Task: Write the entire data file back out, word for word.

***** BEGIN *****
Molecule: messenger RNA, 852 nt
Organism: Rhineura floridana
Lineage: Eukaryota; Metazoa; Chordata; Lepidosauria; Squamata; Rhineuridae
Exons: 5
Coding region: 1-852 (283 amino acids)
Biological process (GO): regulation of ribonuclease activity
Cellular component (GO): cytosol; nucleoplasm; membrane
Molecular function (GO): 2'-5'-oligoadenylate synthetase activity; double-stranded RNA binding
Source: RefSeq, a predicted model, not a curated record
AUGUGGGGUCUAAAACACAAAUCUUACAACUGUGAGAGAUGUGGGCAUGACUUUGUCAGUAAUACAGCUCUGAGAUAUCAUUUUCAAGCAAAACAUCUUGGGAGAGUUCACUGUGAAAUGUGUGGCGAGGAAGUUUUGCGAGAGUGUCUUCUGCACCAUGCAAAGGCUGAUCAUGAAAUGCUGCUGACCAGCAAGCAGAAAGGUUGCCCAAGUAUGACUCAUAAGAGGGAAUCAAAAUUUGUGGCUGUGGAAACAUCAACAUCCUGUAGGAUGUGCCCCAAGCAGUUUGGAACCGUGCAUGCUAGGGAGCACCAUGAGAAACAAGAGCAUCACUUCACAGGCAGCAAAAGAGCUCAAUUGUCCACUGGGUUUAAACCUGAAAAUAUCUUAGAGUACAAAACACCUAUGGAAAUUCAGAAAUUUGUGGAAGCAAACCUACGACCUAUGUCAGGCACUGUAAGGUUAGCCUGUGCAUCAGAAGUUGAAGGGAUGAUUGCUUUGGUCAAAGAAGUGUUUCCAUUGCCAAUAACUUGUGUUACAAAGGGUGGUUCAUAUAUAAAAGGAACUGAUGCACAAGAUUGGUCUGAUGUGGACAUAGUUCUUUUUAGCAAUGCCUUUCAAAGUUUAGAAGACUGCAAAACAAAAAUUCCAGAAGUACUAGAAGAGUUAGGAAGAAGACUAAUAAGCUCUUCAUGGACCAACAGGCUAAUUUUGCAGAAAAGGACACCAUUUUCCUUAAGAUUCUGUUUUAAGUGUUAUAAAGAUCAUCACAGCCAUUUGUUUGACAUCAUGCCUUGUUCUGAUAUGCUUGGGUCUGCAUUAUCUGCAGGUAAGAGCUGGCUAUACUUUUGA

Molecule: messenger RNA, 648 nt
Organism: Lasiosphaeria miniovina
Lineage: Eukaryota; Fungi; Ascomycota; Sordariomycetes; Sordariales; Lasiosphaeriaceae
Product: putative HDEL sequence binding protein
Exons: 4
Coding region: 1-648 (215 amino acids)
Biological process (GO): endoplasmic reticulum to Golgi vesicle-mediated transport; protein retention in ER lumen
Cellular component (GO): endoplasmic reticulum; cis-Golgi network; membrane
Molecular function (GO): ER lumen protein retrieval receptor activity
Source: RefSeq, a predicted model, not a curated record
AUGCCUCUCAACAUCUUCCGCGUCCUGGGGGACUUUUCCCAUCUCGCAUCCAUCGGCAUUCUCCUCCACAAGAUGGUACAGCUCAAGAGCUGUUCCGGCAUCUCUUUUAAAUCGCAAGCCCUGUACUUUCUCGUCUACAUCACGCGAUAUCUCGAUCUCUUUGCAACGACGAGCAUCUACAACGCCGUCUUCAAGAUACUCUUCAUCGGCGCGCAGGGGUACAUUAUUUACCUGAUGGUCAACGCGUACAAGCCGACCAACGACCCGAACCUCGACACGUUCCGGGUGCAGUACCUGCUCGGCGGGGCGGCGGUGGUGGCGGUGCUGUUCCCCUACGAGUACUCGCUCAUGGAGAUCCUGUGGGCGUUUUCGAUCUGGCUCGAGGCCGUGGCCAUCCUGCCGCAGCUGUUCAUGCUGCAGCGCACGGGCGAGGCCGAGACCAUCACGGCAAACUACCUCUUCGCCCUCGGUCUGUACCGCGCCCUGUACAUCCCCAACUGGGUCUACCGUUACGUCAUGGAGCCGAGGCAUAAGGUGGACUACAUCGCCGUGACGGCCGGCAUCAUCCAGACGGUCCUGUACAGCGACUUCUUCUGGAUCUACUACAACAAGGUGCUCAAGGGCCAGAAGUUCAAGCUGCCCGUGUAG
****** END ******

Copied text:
Molecule: messenger RNA, 852 nt
Organism: Rhineura floridana
Lineage: Eukaryota; Metazoa; Chordata; Lepidosauria; Squamata; Rhineuridae
Exons: 5
Coding region: 1-852 (283 amino acids)
Biological process (GO): regulation of ribonuclease activity
Cellular component (GO): cytosol; nucleoplasm; membrane
Molecular function (GO): 2'-5'-oligoadenylate synthetase activity; double-stranded RNA binding
Source: RefSeq, a predicted model, not a curated record
AUGUGGGGUCUAAAACACAAAUCUUACAACUGUGAGAGAUGUGGGCAUGACUUUGUCAGUAAUACAGCUCUGAGAUAUCAUUUUCAAGCAAAACAUCUUGGGAGAGUUCACUGUGAAAUGUGUGGCGAGGAAGUUUUGCGAGAGUGUCUUCUGCACCAUGCAAAGGCUGAUCAUGAAAUGCUGCUGACCAGCAAGCAGAAAGGUUGCCCAAGUAUGACUCAUAAGAGGGAAUCAAAAUUUGUGGCUGUGGAAACAUCAACAUCCUGUAGGAUGUGCCCCAAGCAGUUUGGAACCGUGCAUGCUAGGGAGCACCAUGAGAAACAAGAGCAUCACUUCACAGGCAGCAAAAGAGCUCAAUUGUCCACUGGGUUUAAACCUGAAAAUAUCUUAGAGUACAAAACACCUAUGGAAAUUCAGAAAUUUGUGGAAGCAAACCUACGACCUAUGUCAGGCACUGUAAGGUUAGCCUGUGCAUCAGAAGUUGAAGGGAUGAUUGCUUUGGUCAAAGAAGUGUUUCCAUUGCCAAUAACUUGUGUUACAAAGGGUGGUUCAUAUAUAAAAGGAACUGAUGCACAAGAUUGGUCUGAUGUGGACAUAGUUCUUUUUAGCAAUGCCUUUCAAAGUUUAGAAGACUGCAAAACAAAAAUUCCAGAAGUACUAGAAGAGUUAGGAAGAAGACUAAUAAGCUCUUCAUGGACCAACAGGCUAAUUUUGCAGAAAAGGACACCAUUUUCCUUAAGAUUCUGUUUUAAGUGUUAUAAAGAUCAUCACAGCCAUUUGUUUGACAUCAUGCCUUGUUCUGAUAUGCUUGGGUCUGCAUUAUCUGCAGGUAAGAGCUGGCUAUACUUUUGA

Molecule: messenger RNA, 648 nt
Organism: Lasiosphaeria miniovina
Lineage: Eukaryota; Fungi; Ascomycota; Sordariomycetes; Sordariales; Lasiosphaeriaceae
Product: putative HDEL sequence binding protein
Exons: 4
Coding region: 1-648 (215 amino acids)
Biological process (GO): endoplasmic reticulum to Golgi vesicle-mediated transport; protein retention in ER lumen
Cellular component (GO): endoplasmic reticulum; cis-Golgi network; membrane
Molecular function (GO): ER lumen protein retrieval receptor activity
Source: RefSeq, a predicted model, not a curated record
AUGCCUCUCAACAUCUUCCGCGUCCUGGGGGACUUUUCCCAUCUCGCAUCCAUCGGCAUUCUCCUCCACAAGAUGGUACAGCUCAAGAGCUGUUCCGGCAUCUCUUUUAAAUCGCAAGCCCUGUACUUUCUCGUCUACAUCACGCGAUAUCUCGAUCUCUUUGCAACGACGAGCAUCUACAACGCCGUCUUCAAGAUACUCUUCAUCGGCGCGCAGGGGUACAUUAUUUACCUGAUGGUCAACGCGUACAAGCCGACCAACGACCCGAACCUCGACACGUUCCGGGUGCAGUACCUGCUCGGCGGGGCGGCGGUGGUGGCGGUGCUGUUCCCCUACGAGUACUCGCUCAUGGAGAUCCUGUGGGCGUUUUCGAUCUGGCUCGAGGCCGUGGCCAUCCUGCCGCAGCUGUUCAUGCUGCAGCGCACGGGCGAGGCCGAGACCAUCACGGCAAACUACCUCUUCGCCCUCGGUCUGUACCGCGCCCUGUACAUCCCCAACUGGGUCUACCGUUACGUCAUGGAGCCGAGGCAUAAGGUGGACUACAUCGCCGUGACGGCCGGCAUCAUCCAGACGGUCCUGUACAGCGACUUCUUCUGGAUCUACUACAACAAGGUGCUCAAGGGCCAGAAGUUCAAGCUGCCCGUGUAG